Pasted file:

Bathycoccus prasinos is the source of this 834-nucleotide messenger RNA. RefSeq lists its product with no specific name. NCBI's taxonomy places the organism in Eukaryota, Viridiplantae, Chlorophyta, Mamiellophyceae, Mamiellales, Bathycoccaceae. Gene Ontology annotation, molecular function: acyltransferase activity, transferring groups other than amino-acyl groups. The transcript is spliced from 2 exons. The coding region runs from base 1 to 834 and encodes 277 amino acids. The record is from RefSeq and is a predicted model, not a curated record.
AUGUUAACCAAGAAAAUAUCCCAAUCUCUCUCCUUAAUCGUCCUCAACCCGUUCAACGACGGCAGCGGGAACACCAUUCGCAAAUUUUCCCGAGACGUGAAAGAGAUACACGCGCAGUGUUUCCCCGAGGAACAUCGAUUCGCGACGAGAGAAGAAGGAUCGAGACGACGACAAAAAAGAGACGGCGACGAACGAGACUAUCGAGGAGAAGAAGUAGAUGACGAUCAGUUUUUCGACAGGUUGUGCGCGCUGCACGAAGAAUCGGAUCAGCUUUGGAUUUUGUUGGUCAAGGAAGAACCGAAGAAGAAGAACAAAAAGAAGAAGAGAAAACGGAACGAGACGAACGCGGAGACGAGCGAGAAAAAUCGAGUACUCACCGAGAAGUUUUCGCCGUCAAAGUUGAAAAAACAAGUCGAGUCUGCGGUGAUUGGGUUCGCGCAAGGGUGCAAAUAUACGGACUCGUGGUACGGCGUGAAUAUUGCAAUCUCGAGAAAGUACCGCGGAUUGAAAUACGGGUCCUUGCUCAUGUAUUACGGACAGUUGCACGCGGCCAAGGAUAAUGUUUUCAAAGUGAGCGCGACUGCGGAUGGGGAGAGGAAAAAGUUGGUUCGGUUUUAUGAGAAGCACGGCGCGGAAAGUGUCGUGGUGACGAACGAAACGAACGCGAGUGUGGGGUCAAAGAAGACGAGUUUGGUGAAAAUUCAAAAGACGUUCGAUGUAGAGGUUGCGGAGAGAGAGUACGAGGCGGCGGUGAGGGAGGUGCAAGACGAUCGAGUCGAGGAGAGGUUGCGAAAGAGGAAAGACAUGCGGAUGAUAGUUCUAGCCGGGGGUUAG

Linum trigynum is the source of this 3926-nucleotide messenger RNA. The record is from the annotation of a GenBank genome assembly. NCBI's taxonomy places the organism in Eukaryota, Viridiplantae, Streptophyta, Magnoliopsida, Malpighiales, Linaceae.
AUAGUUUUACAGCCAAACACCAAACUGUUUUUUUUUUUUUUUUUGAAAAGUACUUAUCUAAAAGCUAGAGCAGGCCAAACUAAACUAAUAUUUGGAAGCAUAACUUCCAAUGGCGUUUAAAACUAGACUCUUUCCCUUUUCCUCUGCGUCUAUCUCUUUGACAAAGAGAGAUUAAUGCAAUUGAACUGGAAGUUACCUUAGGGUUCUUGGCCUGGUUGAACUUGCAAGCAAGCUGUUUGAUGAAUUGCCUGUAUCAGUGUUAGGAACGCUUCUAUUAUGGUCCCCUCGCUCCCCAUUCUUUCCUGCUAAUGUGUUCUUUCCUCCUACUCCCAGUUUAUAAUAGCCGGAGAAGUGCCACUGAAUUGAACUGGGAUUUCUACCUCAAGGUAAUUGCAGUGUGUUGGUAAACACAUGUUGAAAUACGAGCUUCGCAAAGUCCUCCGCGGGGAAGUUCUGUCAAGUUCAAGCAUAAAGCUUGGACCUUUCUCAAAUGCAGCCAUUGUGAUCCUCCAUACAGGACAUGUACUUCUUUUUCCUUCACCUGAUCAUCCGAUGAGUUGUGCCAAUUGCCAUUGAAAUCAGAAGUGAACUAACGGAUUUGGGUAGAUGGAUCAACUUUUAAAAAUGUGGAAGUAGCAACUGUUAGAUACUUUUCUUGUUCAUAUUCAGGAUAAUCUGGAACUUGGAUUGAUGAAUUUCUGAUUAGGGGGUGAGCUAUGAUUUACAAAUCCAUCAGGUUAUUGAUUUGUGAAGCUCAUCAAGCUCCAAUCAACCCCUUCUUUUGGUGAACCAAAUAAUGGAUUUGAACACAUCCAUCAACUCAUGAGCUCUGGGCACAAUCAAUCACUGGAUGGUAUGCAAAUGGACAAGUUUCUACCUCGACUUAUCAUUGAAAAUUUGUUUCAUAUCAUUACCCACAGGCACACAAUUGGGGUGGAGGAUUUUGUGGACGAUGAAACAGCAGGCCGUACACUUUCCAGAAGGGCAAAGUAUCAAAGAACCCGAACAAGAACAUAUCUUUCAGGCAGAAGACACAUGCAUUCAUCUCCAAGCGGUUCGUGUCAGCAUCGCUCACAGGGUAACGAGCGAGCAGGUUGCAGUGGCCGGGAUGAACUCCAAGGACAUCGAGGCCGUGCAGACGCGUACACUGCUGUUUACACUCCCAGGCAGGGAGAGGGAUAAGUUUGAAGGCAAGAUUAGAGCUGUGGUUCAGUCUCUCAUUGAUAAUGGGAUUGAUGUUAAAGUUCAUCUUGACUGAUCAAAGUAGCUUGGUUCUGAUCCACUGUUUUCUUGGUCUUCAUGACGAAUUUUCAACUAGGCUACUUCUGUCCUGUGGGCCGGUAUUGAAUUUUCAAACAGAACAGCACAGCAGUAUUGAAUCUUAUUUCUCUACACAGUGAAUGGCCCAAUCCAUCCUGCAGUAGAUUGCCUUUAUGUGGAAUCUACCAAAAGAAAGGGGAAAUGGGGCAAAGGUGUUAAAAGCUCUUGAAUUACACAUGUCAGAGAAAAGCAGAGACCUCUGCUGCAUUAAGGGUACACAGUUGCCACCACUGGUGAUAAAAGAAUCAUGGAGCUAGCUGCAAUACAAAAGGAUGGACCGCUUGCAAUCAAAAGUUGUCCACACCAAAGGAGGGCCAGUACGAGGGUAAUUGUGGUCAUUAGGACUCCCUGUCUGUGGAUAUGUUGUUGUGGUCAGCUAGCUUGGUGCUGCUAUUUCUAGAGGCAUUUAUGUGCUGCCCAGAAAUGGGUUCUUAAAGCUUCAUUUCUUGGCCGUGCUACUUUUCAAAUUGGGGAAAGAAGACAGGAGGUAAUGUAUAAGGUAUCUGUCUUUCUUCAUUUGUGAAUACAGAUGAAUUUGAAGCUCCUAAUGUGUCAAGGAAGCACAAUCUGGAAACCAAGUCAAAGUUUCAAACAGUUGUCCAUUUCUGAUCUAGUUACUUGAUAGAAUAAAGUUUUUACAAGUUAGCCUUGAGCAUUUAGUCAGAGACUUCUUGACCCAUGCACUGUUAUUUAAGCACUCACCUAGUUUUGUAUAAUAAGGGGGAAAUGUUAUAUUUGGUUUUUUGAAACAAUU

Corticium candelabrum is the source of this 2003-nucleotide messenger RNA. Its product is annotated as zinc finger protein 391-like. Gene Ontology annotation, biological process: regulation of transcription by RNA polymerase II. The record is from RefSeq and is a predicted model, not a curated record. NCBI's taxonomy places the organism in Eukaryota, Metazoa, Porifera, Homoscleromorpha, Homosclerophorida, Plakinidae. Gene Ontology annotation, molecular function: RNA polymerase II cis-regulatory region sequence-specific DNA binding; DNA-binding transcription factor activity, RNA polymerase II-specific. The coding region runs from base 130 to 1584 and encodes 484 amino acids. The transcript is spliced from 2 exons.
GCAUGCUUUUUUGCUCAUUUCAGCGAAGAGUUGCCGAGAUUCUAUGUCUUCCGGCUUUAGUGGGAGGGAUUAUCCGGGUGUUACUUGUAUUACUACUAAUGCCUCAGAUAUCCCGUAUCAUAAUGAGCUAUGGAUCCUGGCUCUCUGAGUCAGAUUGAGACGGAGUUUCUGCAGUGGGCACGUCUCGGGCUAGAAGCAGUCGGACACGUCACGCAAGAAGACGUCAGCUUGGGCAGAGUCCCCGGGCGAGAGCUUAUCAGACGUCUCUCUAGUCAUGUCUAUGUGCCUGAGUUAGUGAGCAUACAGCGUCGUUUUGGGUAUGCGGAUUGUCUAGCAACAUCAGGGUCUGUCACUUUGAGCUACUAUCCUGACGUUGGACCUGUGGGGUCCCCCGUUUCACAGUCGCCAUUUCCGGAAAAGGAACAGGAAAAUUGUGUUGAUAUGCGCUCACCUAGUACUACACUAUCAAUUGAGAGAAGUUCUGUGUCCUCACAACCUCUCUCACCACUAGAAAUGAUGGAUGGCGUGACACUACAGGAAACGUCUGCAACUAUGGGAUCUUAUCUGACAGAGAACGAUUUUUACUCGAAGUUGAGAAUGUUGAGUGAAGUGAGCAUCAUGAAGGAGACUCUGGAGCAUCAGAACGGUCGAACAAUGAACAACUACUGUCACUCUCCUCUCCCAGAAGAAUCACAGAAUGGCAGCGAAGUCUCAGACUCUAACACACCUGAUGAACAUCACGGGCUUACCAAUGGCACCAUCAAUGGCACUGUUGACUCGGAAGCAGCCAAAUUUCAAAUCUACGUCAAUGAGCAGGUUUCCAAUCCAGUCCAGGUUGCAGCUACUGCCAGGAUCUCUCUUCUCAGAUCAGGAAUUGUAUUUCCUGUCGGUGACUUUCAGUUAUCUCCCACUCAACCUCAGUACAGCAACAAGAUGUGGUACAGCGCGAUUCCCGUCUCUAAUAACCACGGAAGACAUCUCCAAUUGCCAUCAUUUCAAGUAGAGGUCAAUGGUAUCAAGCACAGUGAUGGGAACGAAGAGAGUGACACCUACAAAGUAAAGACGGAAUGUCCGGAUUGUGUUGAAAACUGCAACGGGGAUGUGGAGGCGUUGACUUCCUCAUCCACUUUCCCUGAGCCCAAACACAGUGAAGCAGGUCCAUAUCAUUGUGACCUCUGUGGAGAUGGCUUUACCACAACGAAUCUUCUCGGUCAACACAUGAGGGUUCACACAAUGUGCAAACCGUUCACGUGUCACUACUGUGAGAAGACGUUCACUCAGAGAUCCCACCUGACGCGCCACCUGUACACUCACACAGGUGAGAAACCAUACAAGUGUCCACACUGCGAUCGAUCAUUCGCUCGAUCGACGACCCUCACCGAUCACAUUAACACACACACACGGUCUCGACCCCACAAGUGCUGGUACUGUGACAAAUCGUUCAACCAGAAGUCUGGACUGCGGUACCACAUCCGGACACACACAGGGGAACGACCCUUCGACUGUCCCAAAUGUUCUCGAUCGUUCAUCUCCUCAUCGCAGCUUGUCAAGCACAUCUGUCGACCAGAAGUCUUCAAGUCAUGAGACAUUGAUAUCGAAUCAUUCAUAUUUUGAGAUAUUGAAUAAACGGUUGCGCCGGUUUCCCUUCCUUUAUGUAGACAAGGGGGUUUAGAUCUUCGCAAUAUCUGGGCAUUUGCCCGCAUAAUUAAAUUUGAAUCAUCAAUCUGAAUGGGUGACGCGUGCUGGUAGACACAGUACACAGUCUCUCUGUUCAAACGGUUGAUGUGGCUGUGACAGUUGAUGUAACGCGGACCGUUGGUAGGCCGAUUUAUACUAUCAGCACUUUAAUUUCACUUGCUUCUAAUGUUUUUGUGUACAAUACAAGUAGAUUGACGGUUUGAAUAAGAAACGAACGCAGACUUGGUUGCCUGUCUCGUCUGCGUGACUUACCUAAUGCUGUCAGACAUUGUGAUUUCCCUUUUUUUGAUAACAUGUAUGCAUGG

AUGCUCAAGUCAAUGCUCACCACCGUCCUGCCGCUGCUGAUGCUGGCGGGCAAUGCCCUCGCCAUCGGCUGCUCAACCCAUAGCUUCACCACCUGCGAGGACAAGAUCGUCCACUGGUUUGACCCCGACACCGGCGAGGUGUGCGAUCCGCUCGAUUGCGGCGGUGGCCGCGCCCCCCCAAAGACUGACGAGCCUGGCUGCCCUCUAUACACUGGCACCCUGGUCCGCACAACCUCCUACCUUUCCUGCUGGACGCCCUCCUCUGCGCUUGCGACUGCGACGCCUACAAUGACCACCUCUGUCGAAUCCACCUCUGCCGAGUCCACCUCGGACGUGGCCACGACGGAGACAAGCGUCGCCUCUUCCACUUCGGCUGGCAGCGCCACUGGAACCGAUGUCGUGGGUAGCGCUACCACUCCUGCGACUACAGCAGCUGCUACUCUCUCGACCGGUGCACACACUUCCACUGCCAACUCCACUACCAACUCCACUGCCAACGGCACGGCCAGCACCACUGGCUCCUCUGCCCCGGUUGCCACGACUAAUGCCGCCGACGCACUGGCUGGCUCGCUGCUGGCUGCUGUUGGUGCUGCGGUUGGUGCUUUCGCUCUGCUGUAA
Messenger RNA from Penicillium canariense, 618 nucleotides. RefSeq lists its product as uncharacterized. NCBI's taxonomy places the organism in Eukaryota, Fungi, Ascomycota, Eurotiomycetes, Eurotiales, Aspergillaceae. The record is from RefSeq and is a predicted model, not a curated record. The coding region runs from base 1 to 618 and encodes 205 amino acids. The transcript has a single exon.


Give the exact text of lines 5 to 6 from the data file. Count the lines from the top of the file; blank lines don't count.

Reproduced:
Corticium candelabrum is the source of this 2003-nucleotide messenger RNA. Its product is annotated as zinc finger protein 391-like. Gene Ontology annotation, biological process: regulation of transcription by RNA polymerase II. The record is from RefSeq and is a predicted model, not a curated record. NCBI's taxonomy places the organism in Eukaryota, Metazoa, Porifera, Homoscleromorpha, Homosclerophorida, Plakinidae. Gene Ontology annotation, molecular function: RNA polymerase II cis-regulatory region sequence-specific DNA binding; DNA-binding transcription factor activity, RNA polymerase II-specific. The coding region runs from base 130 to 1584 and encodes 484 amino acids. The transcript is spliced from 2 exons.
GCAUGCUUUUUUGCUCAUUUCAGCGAAGAGUUGCCGAGAUUCUAUGUCUUCCGGCUUUAGUGGGAGGGAUUAUCCGGGUGUUACUUGUAUUACUACUAAUGCCUCAGAUAUCCCGUAUCAUAAUGAGCUAUGGAUCCUGGCUCUCUGAGUCAGAUUGAGACGGAGUUUCUGCAGUGGGCACGUCUCGGGCUAGAAGCAGUCGGACACGUCACGCAAGAAGACGUCAGCUUGGGCAGAGUCCCCGGGCGAGAGCUUAUCAGACGUCUCUCUAGUCAUGUCUAUGUGCCUGAGUUAGUGAGCAUACAGCGUCGUUUUGGGUAUGCGGAUUGUCUAGCAACAUCAGGGUCUGUCACUUUGAGCUACUAUCCUGACGUUGGACCUGUGGGGUCCCCCGUUUCACAGUCGCCAUUUCCGGAAAAGGAACAGGAAAAUUGUGUUGAUAUGCGCUCACCUAGUACUACACUAUCAAUUGAGAGAAGUUCUGUGUCCUCACAACCUCUCUCACCACUAGAAAUGAUGGAUGGCGUGACACUACAGGAAACGUCUGCAACUAUGGGAUCUUAUCUGACAGAGAACGAUUUUUACUCGAAGUUGAGAAUGUUGAGUGAAGUGAGCAUCAUGAAGGAGACUCUGGAGCAUCAGAACGGUCGAACAAUGAACAACUACUGUCACUCUCCUCUCCCAGAAGAAUCACAGAAUGGCAGCGAAGUCUCAGACUCUAACACACCUGAUGAACAUCACGGGCUUACCAAUGGCACCAUCAAUGGCACUGUUGACUCGGAAGCAGCCAAAUUUCAAAUCUACGUCAAUGAGCAGGUUUCCAAUCCAGUCCAGGUUGCAGCUACUGCCAGGAUCUCUCUUCUCAGAUCAGGAAUUGUAUUUCCUGUCGGUGACUUUCAGUUAUCUCCCACUCAACCUCAGUACAGCAACAAGAUGUGGUACAGCGCGAUUCCCGUCUCUAAUAACCACGGAAGACAUCUCCAAUUGCCAUCAUUUCAAGUAGAGGUCAAUGGUAUCAAGCACAGUGAUGGGAACGAAGAGAGUGACACCUACAAAGUAAAGACGGAAUGUCCGGAUUGUGUUGAAAACUGCAACGGGGAUGUGGAGGCGUUGACUUCCUCAUCCACUUUCCCUGAGCCCAAACACAGUGAAGCAGGUCCAUAUCAUUGUGACCUCUGUGGAGAUGGCUUUACCACAACGAAUCUUCUCGGUCAACACAUGAGGGUUCACACAAUGUGCAAACCGUUCACGUGUCACUACUGUGAGAAGACGUUCACUCAGAGAUCCCACCUGACGCGCCACCUGUACACUCACACAGGUGAGAAACCAUACAAGUGUCCACACUGCGAUCGAUCAUUCGCUCGAUCGACGACCCUCACCGAUCACAUUAACACACACACACGGUCUCGACCCCACAAGUGCUGGUACUGUGACAAAUCGUUCAACCAGAAGUCUGGACUGCGGUACCACAUCCGGACACACACAGGGGAACGACCCUUCGACUGUCCCAAAUGUUCUCGAUCGUUCAUCUCCUCAUCGCAGCUUGUCAAGCACAUCUGUCGACCAGAAGUCUUCAAGUCAUGAGACAUUGAUAUCGAAUCAUUCAUAUUUUGAGAUAUUGAAUAAACGGUUGCGCCGGUUUCCCUUCCUUUAUGUAGACAAGGGGGUUUAGAUCUUCGCAAUAUCUGGGCAUUUGCCCGCAUAAUUAAAUUUGAAUCAUCAAUCUGAAUGGGUGACGCGUGCUGGUAGACACAGUACACAGUCUCUCUGUUCAAACGGUUGAUGUGGCUGUGACAGUUGAUGUAACGCGGACCGUUGGUAGGCCGAUUUAUACUAUCAGCACUUUAAUUUCACUUGCUUCUAAUGUUUUUGUGUACAAUACAAGUAGAUUGACGGUUUGAAUAAGAAACGAACGCAGACUUGGUUGCCUGUCUCGUCUGCGUGACUUACCUAAUGCUGUCAGACAUUGUGAUUUCCCUUUUUUUGAUAACAUGUAUGCAUGG